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Strategic Framework





Strategic Framework, FY 2008-2012

IV. Implementation

The CEPF implementation arrangements are designed to build on lessons learned during the first phase, to enable continued expeditious, efficient support to diverse civil society groups, and to establish a clear and effective chain of accountability for results. The approach allocates authority, responsibility, and accountability purposefully among different stakeholders, while ensuring important linkages between different levels of the program.

As recommended by the independent evaluation, CI will continue to administer the program through the CEPF Secretariat. The organization hosts the CEPF Secretariat and ensures that all funds are managed with due diligence, efficiency, and the same degree of care it uses in the administration of its own public funds. The CEPF Executive Director is a CI senior vice president, who reports to both the CEPF Donor Council and to a selected individual from CI’s Executive Management Team.

CEPF will also retain its overall structure of a Donor Council and Working Group, as well as Regional Implementation Teams based in the hotspots.

The Donor Council, comprised of senior representatives from each CEPF donor institution, reviews and approves each annual spending plan; recommendations by CI for consideration of priority ecosystem profiles to be prepared; and each ecosystem profile. The Council approves any amendment to the CEPF Operational Manual. In addition, the Council creates and approves the conditions under which donors take part in the Council. The members also elect the chairperson.

The Working Group, comprised of representatives from each donor institution, provides guidance to the Secretariat on strategy development, monitoring, and other aspects of implementation. The members also act as advisers to their respective Donor Council representatives and as CEPF focal points for their broader institutions. Guests, including civil society groups that lead the ecosystem profiling processes, grant recipients, and other stakeholders, will be invited to inform relevant topics of discussions.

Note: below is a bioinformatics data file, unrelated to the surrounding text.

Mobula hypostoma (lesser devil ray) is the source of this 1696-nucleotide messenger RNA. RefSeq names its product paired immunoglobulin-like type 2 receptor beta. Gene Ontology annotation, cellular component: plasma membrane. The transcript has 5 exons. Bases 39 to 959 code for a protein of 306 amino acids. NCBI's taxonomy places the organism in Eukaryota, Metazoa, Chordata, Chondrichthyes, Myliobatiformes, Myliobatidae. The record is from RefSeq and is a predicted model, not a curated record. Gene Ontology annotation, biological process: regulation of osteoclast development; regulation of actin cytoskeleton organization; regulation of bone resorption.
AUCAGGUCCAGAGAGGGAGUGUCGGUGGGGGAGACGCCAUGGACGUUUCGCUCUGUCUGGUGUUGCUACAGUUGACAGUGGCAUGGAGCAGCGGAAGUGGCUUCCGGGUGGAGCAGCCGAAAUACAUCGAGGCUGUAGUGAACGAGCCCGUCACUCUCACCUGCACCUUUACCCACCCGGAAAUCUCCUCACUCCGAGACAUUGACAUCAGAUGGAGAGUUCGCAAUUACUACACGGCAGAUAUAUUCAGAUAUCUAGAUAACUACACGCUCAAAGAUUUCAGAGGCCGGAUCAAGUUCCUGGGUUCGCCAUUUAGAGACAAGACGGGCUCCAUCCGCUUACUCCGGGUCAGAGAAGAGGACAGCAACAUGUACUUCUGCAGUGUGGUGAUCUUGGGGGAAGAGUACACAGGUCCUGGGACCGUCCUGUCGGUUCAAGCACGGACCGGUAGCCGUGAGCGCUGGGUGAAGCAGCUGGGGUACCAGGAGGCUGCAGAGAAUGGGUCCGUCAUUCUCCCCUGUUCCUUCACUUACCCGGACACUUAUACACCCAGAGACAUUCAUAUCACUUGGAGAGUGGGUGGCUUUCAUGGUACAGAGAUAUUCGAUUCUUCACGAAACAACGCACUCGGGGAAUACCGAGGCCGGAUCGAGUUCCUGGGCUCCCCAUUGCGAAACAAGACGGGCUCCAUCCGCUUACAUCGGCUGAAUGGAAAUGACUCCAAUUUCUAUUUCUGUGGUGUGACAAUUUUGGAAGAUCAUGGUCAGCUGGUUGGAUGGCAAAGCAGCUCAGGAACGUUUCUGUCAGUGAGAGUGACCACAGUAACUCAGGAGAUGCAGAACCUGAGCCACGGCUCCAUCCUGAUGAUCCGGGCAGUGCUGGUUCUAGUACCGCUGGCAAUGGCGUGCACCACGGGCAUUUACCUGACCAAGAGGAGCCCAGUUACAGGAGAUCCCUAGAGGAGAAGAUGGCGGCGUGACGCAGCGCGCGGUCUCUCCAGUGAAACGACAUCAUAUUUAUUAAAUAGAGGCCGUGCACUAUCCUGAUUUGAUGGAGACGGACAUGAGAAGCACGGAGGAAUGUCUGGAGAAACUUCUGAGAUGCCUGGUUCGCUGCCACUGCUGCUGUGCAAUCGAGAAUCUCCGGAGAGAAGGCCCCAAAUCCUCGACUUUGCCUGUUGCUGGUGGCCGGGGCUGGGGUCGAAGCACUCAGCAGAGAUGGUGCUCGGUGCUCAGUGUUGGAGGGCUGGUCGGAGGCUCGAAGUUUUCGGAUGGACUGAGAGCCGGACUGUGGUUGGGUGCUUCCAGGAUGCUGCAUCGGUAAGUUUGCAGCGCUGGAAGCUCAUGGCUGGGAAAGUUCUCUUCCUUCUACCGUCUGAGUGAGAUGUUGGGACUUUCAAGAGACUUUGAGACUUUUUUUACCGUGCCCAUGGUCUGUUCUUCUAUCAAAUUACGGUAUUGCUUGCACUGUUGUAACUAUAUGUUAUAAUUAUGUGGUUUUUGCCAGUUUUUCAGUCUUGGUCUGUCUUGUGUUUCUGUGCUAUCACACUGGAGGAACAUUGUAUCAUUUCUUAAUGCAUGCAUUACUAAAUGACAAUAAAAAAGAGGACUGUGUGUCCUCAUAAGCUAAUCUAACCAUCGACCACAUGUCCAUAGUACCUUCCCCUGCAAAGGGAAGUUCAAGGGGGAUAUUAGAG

Regional Implementation Teams, comprising civil society groups, lead implementation within the hotspots. The Independent Evaluation characterized this function as “one of the most impressive aspects” of CEPF and the teams in existing investment regions as a “major strength of CEPF, demonstrating the viability of an innovative range of institutional arrangements and providing services that go well beyond grant program administration.” Formerly known as Coordination Units, these teams will now be known as Regional Implementation Teams to reflect their vital leadership in implementation.

New Regional Implementation Teams will be selected by the CEPF Donor Council based on terms of reference and a competitive selection process approved by the Council in April 2007.

Each Regional Implementation Team will be responsible for implementation of the relevant ecosystem profile and for establishment of a broad constituency of civil society groups working across institutional and geographic boundaries toward achieving shared conservation goals. While strategic oversight will remain at the Secretariat level to maintain focus and the reporting and safeguard standards required by the CEPF donor partners, at a minimum each Regional Implementation Team will be responsible for: